The San Francisquito Creek along the Peninsula reached a milestone this week, when water levels reached the 6th largest flow since 1998, and fire crews sent up drones to monitor the rising levels of water.
The creek, which borders San Mateo and Santa Clara Counties as well as the cities of Palo Alto, East Palo Alto and Menlo Park, was flowing at 4820 cubic feet per second on Tuesday, as recorded by the US Geological Survey Gage located near Junipero Serra Blvd.
Over the last several weeks, Menlo Park Fire Protection District Captains Tony Eggimann and Chris Dennebaum sent up four of the district's drones to monitor the situation as the creek often overflows.
The drones allowed emergency crews a birds-eye look of congested traffic intersections, live fire safety demonstrations and a joint emergency preparedness exercise with Facebook. The same fire crews and their drones were out looking for the missing kakayer, who disappeared on Jan. 24 near the Dumbarton Bridge.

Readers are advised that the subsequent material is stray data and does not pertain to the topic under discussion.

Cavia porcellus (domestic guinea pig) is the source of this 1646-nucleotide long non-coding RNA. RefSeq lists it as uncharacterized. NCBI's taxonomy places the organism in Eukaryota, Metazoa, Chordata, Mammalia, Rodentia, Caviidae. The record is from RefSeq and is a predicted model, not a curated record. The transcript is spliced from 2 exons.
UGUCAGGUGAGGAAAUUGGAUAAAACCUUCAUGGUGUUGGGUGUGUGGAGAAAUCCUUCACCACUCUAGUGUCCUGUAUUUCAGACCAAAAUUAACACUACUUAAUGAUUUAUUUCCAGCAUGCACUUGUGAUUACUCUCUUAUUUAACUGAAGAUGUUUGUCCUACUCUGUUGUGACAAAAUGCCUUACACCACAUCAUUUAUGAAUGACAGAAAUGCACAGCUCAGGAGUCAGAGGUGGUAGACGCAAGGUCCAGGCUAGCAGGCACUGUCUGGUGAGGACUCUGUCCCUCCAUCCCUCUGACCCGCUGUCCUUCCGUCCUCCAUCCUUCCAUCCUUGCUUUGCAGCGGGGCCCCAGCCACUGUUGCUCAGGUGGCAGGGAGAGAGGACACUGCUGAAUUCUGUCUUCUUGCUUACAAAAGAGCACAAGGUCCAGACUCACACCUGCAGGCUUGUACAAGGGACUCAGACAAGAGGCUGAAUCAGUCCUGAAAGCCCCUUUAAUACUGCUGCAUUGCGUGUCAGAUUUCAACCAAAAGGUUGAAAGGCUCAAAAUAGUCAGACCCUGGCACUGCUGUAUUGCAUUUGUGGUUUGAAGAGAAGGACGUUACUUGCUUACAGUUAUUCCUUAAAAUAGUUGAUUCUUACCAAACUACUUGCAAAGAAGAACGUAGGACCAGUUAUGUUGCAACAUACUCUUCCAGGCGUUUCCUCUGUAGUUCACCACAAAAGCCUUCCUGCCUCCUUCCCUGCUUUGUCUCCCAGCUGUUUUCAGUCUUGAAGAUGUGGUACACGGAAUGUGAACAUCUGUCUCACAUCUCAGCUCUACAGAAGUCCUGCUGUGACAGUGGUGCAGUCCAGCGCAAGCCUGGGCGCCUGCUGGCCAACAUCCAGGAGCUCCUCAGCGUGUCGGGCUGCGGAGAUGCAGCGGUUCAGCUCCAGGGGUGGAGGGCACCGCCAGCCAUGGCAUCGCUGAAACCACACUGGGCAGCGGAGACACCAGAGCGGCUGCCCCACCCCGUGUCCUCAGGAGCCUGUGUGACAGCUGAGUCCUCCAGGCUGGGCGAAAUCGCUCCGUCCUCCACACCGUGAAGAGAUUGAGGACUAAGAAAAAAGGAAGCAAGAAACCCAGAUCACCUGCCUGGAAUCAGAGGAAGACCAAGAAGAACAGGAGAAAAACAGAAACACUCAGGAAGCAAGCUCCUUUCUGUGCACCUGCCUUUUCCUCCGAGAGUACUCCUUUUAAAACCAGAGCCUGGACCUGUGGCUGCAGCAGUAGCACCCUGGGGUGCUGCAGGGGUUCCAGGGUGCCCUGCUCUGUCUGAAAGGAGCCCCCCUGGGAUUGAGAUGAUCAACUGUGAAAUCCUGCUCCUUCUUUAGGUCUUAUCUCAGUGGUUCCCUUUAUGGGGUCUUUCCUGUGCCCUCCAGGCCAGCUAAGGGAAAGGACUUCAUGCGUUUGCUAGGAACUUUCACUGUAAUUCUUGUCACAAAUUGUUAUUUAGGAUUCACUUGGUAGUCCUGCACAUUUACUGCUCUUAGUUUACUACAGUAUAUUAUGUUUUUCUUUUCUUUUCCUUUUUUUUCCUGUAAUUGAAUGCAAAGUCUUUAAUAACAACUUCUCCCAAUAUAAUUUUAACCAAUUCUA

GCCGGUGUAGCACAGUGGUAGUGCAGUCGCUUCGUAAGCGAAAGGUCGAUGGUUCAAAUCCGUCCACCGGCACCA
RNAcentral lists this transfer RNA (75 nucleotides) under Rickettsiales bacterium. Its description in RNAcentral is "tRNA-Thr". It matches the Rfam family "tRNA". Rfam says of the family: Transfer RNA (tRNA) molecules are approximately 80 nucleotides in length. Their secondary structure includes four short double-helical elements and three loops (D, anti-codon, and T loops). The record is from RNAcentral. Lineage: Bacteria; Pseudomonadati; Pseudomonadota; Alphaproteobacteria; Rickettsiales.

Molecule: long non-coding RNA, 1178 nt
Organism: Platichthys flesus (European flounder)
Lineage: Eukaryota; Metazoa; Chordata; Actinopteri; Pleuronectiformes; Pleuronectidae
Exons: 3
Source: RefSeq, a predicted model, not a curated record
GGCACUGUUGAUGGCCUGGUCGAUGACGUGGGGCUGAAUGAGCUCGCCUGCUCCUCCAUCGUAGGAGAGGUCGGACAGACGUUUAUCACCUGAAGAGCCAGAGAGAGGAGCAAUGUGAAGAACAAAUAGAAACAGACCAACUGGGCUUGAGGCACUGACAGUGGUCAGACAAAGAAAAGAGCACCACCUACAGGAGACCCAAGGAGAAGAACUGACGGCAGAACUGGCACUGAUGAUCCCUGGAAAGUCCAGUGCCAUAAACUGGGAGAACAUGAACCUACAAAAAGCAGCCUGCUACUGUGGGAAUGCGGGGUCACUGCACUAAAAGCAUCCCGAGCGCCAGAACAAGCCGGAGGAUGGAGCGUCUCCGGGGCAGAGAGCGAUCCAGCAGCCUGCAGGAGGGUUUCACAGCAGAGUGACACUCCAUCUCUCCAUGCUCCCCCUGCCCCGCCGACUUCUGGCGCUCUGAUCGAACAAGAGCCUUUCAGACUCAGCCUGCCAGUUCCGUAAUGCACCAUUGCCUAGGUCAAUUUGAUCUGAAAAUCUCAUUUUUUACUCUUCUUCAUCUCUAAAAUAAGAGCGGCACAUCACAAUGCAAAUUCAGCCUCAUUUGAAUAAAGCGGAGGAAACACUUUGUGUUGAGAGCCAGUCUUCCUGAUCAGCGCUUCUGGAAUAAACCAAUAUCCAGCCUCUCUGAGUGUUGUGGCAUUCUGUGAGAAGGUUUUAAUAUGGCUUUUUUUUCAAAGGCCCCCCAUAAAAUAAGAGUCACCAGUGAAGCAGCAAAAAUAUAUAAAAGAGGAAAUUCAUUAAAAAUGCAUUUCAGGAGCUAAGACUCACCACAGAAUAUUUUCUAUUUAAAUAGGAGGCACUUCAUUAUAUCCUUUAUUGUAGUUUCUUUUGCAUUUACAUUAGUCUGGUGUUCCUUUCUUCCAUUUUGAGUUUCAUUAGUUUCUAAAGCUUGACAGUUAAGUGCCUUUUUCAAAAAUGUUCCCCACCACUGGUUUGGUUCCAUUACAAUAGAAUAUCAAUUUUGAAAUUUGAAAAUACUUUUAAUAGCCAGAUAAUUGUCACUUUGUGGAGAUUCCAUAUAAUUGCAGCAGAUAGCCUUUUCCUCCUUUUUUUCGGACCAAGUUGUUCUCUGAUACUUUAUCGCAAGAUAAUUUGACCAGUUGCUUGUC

Crews will also be out again on Thursday, watching the creek and other waterways as the next storm passes through the Bay Area.
“We will be using the UAS/Drone at every opportunity to give us better situational awareness and so we can better document these events in real time showing the cause and effect, at various risk areas,” Fire Chief Harold Schapelhouman said.
He said the aerial video and photographs taken by the drones are "becoming a very powerful and helpful tool in how we convey and show the public what we are doing or what we are concerned about from an aerial perspective. It’s a game changer for us.”
The USGS Gage has recorded creek data since 1930. Here is a list of when the San Francisquito Creek has reached other all-time highs.
1. February 3, 1998 7200 CFS (cubic feet per second)
2. December 22, 1955 5560 CFS
3. December 23, 2012 5400 CFS
4. January 4, 1982 5220 CFS
5. January 1, 2005 4840 CFS
6. February 7, 2017 4820 CFS